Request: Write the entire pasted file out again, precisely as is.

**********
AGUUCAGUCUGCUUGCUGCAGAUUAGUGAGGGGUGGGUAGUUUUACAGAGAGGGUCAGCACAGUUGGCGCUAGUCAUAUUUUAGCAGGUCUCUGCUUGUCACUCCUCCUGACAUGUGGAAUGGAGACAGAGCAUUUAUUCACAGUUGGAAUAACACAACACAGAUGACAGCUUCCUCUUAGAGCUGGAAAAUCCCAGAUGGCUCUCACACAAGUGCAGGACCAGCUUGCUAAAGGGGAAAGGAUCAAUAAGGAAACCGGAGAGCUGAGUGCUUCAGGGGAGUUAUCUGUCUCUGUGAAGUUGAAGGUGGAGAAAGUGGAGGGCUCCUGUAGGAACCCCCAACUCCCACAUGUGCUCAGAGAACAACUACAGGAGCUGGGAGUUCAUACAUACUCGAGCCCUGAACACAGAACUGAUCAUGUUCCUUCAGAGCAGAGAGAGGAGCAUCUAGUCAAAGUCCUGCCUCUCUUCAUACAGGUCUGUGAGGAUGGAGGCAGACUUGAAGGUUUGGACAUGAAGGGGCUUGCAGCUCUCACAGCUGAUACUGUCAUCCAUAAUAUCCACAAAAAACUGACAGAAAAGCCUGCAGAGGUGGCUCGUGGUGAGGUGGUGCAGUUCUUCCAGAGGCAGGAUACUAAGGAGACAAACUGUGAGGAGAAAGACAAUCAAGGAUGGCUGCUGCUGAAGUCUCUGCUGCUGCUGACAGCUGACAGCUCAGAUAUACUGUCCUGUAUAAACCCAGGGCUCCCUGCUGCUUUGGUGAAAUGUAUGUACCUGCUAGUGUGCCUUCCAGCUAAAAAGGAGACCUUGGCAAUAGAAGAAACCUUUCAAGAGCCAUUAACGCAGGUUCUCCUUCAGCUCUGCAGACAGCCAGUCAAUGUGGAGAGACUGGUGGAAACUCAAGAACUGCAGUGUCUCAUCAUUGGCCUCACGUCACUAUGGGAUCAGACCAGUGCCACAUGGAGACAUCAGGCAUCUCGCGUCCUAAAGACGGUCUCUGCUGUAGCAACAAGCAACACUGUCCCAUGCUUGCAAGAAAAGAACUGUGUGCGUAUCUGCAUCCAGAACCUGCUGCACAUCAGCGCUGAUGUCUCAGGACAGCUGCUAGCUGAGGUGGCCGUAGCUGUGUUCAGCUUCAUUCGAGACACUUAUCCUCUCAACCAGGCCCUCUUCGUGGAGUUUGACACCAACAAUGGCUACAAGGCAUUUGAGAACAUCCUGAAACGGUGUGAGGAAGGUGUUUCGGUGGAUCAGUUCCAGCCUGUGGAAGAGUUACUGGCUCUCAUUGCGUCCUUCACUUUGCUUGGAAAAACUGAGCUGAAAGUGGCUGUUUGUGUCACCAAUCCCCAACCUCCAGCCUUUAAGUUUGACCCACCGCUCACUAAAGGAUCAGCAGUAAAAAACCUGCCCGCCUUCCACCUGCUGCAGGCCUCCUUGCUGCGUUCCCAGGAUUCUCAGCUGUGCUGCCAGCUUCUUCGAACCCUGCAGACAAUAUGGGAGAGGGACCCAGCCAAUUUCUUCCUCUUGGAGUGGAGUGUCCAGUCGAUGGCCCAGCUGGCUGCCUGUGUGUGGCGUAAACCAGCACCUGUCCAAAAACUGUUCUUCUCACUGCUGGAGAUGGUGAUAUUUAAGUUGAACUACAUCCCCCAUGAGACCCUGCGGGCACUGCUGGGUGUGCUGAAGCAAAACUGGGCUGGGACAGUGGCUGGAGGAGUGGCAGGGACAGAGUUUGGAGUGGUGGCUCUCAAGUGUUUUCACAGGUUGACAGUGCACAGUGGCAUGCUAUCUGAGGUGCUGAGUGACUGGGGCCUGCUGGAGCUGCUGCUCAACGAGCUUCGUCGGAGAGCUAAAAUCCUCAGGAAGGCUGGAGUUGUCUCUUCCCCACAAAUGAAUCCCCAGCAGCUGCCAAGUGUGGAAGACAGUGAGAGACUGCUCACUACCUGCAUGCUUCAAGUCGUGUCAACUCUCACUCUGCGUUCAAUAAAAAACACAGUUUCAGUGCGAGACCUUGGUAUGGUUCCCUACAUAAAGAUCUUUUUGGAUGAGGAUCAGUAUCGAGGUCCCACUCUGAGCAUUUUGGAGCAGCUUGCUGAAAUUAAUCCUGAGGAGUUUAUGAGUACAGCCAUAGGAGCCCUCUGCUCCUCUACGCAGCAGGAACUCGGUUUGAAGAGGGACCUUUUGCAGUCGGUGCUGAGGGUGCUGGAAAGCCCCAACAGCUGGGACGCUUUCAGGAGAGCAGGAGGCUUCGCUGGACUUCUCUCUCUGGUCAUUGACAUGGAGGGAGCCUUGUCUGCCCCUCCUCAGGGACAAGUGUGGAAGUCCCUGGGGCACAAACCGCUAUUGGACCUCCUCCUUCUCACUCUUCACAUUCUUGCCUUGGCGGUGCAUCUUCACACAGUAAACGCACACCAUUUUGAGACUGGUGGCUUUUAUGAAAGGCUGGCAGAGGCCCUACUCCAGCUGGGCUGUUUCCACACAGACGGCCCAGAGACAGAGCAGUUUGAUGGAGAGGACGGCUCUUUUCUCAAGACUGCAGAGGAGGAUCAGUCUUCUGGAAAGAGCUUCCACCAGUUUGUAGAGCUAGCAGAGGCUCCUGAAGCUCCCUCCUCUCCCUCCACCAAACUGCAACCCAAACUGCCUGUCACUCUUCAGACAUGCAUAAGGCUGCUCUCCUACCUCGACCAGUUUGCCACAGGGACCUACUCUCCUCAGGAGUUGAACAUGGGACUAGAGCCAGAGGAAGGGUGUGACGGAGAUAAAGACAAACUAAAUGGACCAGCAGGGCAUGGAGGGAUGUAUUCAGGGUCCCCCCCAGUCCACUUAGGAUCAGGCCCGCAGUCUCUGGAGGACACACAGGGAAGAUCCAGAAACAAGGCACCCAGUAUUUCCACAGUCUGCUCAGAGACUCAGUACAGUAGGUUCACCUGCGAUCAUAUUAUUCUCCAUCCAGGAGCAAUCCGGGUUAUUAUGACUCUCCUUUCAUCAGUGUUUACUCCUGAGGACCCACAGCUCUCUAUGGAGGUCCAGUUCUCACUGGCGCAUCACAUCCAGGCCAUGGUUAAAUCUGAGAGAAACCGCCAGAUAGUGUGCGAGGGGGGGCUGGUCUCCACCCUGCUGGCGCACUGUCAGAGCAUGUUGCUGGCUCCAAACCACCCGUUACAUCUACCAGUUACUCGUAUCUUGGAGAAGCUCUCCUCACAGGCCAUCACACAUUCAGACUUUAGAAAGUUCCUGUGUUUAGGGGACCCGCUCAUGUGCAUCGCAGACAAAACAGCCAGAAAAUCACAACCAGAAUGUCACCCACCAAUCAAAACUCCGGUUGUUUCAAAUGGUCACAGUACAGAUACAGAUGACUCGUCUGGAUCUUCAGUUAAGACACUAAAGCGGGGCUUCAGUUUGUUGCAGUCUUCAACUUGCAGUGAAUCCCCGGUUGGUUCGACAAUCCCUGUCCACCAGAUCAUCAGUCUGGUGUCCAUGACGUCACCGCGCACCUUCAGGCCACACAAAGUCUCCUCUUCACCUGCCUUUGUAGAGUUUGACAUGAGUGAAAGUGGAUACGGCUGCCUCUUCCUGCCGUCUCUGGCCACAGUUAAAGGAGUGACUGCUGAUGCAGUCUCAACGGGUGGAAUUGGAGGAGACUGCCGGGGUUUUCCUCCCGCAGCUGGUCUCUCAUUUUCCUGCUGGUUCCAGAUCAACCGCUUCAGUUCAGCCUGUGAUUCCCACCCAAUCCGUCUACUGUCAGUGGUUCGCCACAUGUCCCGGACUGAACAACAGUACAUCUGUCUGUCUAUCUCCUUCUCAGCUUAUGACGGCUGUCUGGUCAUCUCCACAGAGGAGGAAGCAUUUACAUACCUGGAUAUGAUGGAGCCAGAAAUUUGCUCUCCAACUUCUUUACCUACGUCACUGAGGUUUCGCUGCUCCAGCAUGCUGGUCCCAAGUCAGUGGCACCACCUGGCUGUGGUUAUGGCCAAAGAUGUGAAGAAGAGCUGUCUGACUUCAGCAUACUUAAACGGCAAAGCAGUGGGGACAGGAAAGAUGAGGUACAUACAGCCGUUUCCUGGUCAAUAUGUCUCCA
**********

AGUUCAGUCUGCUUGCUGCAGAUUAGUGAGGGGUGGGUAGUUUUACAGAGAGGGUCAGCACAGUUGGCGCUAGUCAUAUUUUAGCAGGUCUCUGCUUGUCACUCCUCCUGACAUGUGGAAUGGAGACAGAGCAUUUAUUCACAGUUGGAAUAACACAACACAGAUGACAGCUUCCUCUUAGAGCUGGAAAAUCCCAGAUGGCUCUCACACAAGUGCAGGACCAGCUUGCUAAAGGGGAAAGGAUCAAUAAGGAAACCGGAGAGCUGAGUGCUUCAGGGGAGUUAUCUGUCUCUGUGAAGUUGAAGGUGGAGAAAGUGGAGGGCUCCUGUAGGAACCCCCAACUCCCACAUGUGCUCAGAGAACAACUACAGGAGCUGGGAGUUCAUACAUACUCGAGCCCUGAACACAGAACUGAUCAUGUUCCUUCAGAGCAGAGAGAGGAGCAUCUAGUCAAAGUCCUGCCUCUCUUCAUACAGGUCUGUGAGGAUGGAGGCAGACUUGAAGGUUUGGACAUGAAGGGGCUUGCAGCUCUCACAGCUGAUACUGUCAUCCAUAAUAUCCACAAAAAACUGACAGAAAAGCCUGCAGAGGUGGCUCGUGGUGAGGUGGUGCAGUUCUUCCAGAGGCAGGAUACUAAGGAGACAAACUGUGAGGAGAAAGACAAUCAAGGAUGGCUGCUGCUGAAGUCUCUGCUGCUGCUGACAGCUGACAGCUCAGAUAUACUGUCCUGUAUAAACCCAGGGCUCCCUGCUGCUUUGGUGAAAUGUAUGUACCUGCUAGUGUGCCUUCCAGCUAAAAAGGAGACCUUGGCAAUAGAAGAAACCUUUCAAGAGCCAUUAACGCAGGUUCUCCUUCAGCUCUGCAGACAGCCAGUCAAUGUGGAGAGACUGGUGGAAACUCAAGAACUGCAGUGUCUCAUCAUUGGCCUCACGUCACUAUGGGAUCAGACCAGUGCCACAUGGAGACAUCAGGCAUCUCGCGUCCUAAAGACGGUCUCUGCUGUAGCAACAAGCAACACUGUCCCAUGCUUGCAAGAAAAGAACUGUGUGCGUAUCUGCAUCCAGAACCUGCUGCACAUCAGCGCUGAUGUCUCAGGACAGCUGCUAGCUGAGGUGGCCGUAGCUGUGUUCAGCUUCAUUCGAGACACUUAUCCUCUCAACCAGGCCCUCUUCGUGGAGUUUGACACCAACAAUGGCUACAAGGCAUUUGAGAACAUCCUGAAACGGUGUGAGGAAGGUGUUUCGGUGGAUCAGUUCCAGCCUGUGGAAGAGUUACUGGCUCUCAUUGCGUCCUUCACUUUGCUUGGAAAAACUGAGCUGAAAGUGGCUGUUUGUGUCACCAAUCCCCAACCUCCAGCCUUUAAGUUUGACCCACCGCUCACUAAAGGAUCAGCAGUAAAAAACCUGCCCGCCUUCCACCUGCUGCAGGCCUCCUUGCUGCGUUCCCAGGAUUCUCAGCUGUGCUGCCAGCUUCUUCGAACCCUGCAGACAAUAUGGGAGAGGGACCCAGCCAAUUUCUUCCUCUUGGAGUGGAGUGUCCAGUCGAUGGCCCAGCUGGCUGCCUGUGUGUGGCGUAAACCAGCACCUGUCCAAAAACUGUUCUUCUCACUGCUGGAGAUGGUGAUAUUUAAGUUGAACUACAUCCCCCAUGAGACCCUGCGGGCACUGCUGGGUGUGCUGAAGCAAAACUGGGCUGGGACAGUGGCUGGAGGAGUGGCAGGGACAGAGUUUGGAGUGGUGGCUCUCAAGUGUUUUCACAGGUUGACAGUGCACAGUGGCAUGCUAUCUGAGGUGCUGAGUGACUGGGGCCUGCUGGAGCUGCUGCUCAACGAGCUUCGUCGGAGAGCUAAAAUCCUCAGGAAGGCUGGAGUUGUCUCUUCCCCACAAAUGAAUCCCCAGCAGCUGCCAAGUGUGGAAGACAGUGAGAGACUGCUCACUACCUGCAUGCUUCAAGUCGUGUCAACUCUCACUCUGCGUUCAAUAAAAAACACAGUUUCAGUGCGAGACCUUGGUAUGGUUCCCUACAUAAAGAUCUUUUUGGAUGAGGAUCAGUAUCGAGGUCCCACUCUGAGCAUUUUGGAGCAGCUUGCUGAAAUUAAUCCUGAGGAGUUUAUGAGUACAGCCAUAGGAGCCCUCUGCUCCUCUACGCAGCAGGAACUCGGUUUGAAGAGGGACCUUUUGCAGUCGGUGCUGAGGGUGCUGGAAAGCCCCAACAGCUGGGACGCUUUCAGGAGAGCAGGAGGCUUCGCUGGACUUCUCUCUCUGGUCAUUGACAUGGAGGGAGCCUUGUCUGCCCCUCCUCAGGGACAAGUGUGGAAGUCCCUGGGGCACAAACCGCUAUUGGACCUCCUCCUUCUCACUCUUCACAUUCUUGCCUUGGCGGUGCAUCUUCACACAGUAAACGCACACCAUUUUGAGACUGGUGGCUUUUAUGAAAGGCUGGCAGAGGCCCUACUCCAGCUGGGCUGUUUCCACACAGACGGCCCAGAGACAGAGCAGUUUGAUGGAGAGGACGGCUCUUUUCUCAAGACUGCAGAGGAGGAUCAGUCUUCUGGAAAGAGCUUCCACCAGUUUGUAGAGCUAGCAGAGGCUCCUGAAGCUCCCUCCUCUCCCUCCACCAAACUGCAACCCAAACUGCCUGUCACUCUUCAGACAUGCAUAAGGCUGCUCUCCUACCUCGACCAGUUUGCCACAGGGACCUACUCUCCUCAGGAGUUGAACAUGGGACUAGAGCCAGAGGAAGGGUGUGACGGAGAUAAAGACAAACUAAAUGGACCAGCAGGGCAUGGAGGGAUGUAUUCAGGGUCCCCCCCAGUCCACUUAGGAUCAGGCCCGCAGUCUCUGGAGGACACACAGGGAAGAUCCAGAAACAAGGCACCCAGUAUUUCCACAGUCUGCUCAGAGACUCAGUACAGUAGGUUCACCUGCGAUCAUAUUAUUCUCCAUCCAGGAGCAAUCCGGGUUAUUAUGACUCUCCUUUCAUCAGUGUUUACUCCUGAGGACCCACAGCUCUCUAUGGAGGUCCAGUUCUCACUGGCGCAUCACAUCCAGGCCAUGGUUAAAUCUGAGAGAAACCGCCAGAUAGUGUGCGAGGGGGGGCUGGUCUCCACCCUGCUGGCGCACUGUCAGAGCAUGUUGCUGGCUCCAAACCACCCGUUACAUCUACCAGUUACUCGUAUCUUGGAGAAGCUCUCCUCACAGGCCAUCACACAUUCAGACUUUAGAAAGUUCCUGUGUUUAGGGGACCCGCUCAUGUGCAUCGCAGACAAAACAGCCAGAAAAUCACAACCAGAAUGUCACCCACCAAUCAAAACUCCGGUUGUUUCAAAUGGUCACAGUACAGAUACAGAUGACUCGUCUGGAUCUUCAGUUAAGACACUAAAGCGGGGCUUCAGUUUGUUGCAGUCUUCAACUUGCAGUGAAUCCCCGGUUGGUUCGACAAUCCCUGUCCACCAGAUCAUCAGUCUGGUGUCCAUGACGUCACCGCGCACCUUCAGGCCACACAAAGUCUCCUCUUCACCUGCCUUUGUAGAGUUUGACAUGAGUGAAAGUGGAUACGGCUGCCUCUUCCUGCCGUCUCUGGCCACAGUUAAAGGAGUGACUGCUGAUGCAGUCUCAACGGGUGGAAUUGGAGGAGACUGCCGGGGUUUUCCUCCCGCAGCUGGUCUCUCAUUUUCCUGCUGGUUCCAGAUCAACCGCUUCAGUUCAGCCUGUGAUUCCCACCCAAUCCGUCUACUGUCAGUGGUUCGCCACAUGUCCCGGACUGAACAACAGUACAUCUGUCUGUCUAUCUCCUUCUCAGCUUAUGACGGCUGUCUGGUCAUCUCCACAGAGGAGGAAGCAUUUACAUACCUGGAUAUGAUGGAGCCAGAAAUUUGCUCUCCAACUUCUUUACCUACGUCACUGAGGUUUCGCUGCUCCAGCAUGCUGGUCCCAAGUCAGUGGCACCACCUGGCUGUGGUUAUGGCCAAAGAUGUGAAGAAGAGCUGUCUGACUUCAGCAUACUUAAACGGCAAAGCAGUGGGGACAGGAAAGAUGAGGUACAUACAGCCGUUUCCUGGUCAAUAUGUCUCCA